The Cavern Club, best known for launching The Beatles, faces ruin as a result of the coronavirus pandemic.
It opened in Liverpool in 1957 and hosts about 800,000 visitors per year.
Bill Heckle, one of the club’s directors, said it had lost £30,000 a week since the lockdown began in March.
“We went five months before unfortunately we had to make about 20 people redundant. We think we might have to make another 20 redundant in the next few weeks.”
The Beatles played their first Cavern gig in 1961 and the late entertainer Cilla Black worked as a cloakroom attendant at the Mathew Street premises.
Rainy day savings
Other big name acts to have played there include The Rolling Stones, Stevie Wonder, David Bowie and Adele and it was hosting live concerts there until lockdown.
“About seven months ago, you couldn’t even think of a scenario where the Cavern wouldn’t be successful – I actually said that,” Mr Heckle said.
“We made a decision a few years ago to keep as much money in the bank as possible for a rainy day, not realising it was going to be a thunderstorm.
“So, we were sitting on £1.4m in the bank that has now been halved.”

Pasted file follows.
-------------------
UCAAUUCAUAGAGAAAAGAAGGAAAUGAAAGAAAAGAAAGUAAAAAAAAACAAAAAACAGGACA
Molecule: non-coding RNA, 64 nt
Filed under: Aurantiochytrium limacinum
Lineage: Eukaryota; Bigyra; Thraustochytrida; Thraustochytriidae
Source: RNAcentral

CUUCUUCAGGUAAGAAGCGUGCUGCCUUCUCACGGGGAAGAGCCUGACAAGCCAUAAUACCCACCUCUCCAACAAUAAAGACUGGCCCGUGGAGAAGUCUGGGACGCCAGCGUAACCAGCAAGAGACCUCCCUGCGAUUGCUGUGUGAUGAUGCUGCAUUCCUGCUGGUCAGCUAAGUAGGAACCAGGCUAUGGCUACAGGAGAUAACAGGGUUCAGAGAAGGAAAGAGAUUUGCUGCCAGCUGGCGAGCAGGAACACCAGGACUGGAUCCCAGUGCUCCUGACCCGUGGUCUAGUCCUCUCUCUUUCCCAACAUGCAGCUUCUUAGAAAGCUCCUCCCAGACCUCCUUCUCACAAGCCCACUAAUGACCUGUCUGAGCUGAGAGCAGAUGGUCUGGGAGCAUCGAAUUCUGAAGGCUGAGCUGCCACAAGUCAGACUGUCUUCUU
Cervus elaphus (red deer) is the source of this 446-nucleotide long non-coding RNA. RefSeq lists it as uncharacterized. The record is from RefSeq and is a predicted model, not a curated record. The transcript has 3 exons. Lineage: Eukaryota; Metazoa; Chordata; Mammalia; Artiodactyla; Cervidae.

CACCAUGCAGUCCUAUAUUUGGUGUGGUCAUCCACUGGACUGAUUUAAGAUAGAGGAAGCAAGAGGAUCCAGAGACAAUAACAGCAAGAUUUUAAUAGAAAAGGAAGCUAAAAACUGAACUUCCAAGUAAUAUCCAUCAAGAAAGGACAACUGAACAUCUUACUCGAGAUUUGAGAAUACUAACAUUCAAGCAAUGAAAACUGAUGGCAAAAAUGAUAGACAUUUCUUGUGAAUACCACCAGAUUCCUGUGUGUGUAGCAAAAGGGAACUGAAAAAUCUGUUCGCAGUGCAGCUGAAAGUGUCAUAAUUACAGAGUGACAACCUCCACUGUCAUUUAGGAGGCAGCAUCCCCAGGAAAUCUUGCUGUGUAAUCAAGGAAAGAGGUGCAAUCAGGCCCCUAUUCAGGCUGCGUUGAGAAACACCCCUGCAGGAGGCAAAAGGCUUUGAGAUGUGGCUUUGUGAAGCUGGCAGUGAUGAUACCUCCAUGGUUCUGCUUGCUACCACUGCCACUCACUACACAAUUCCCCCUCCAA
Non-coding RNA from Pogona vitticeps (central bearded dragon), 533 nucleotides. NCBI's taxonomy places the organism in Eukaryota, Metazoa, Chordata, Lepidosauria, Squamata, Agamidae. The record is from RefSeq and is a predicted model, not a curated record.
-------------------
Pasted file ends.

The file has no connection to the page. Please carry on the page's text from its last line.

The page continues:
The Cavern’s survival depends on a bid to the government’s cultural recovery fund, a Liverpool City Council spokesperson said.
‘It’s about survival’
“If the government grants allow us to open at 30%, then we still lose money,” Mr Heckle said.
“I don’t want them to pay our profits, I wouldn’t expect them to pay our profits, but at least make sure we don’t lose money, because it’s costing us £30,000 a week at the moment to be closed.”
The club is reopening for virtual sets by music bands from around the world later in August.
“We know we’re not going to make money,” Mr Heckle said. “It’s about really reminding people we’re here and the sole aim is to get out the other side, I’m sure we will. But it is about survival.”
The Beatles and The Cavern Club
- The Cavern Club opened as a jazz venue on 16 January 1957
- The Beatles first performed at the Cavern in 1961, featuring John Lennon, Paul McCartney and George Harrison, with Stuart Sutcliffe on bass and Pete Best on drums
- Liverpool businessman Brian Epstein saw his first performance by the band later that year and offered to become their manager
- Ringo Starr appeared at the Cavern as The Beatles drummer for the first time in 1962, and the last of the group’s 292 performances at the venue came on 3 August 1963
- In 1973, the buildings above the venue were demolished, and the club was closed and filled in with rubble
- It was later rebuilt using the original plans and many original bricks, and reopened on 26 April 1984
Source: The Cavern Club
The city’s mayor Joe Anderson said the “prospect of losing a national jewel like the Cavern is a horrible scenario”.
“Liverpool City Council is doing it all it can to help our venues but we can only do so much, given how much financial pressure we are under supporting the most vulnerable in our communities.”
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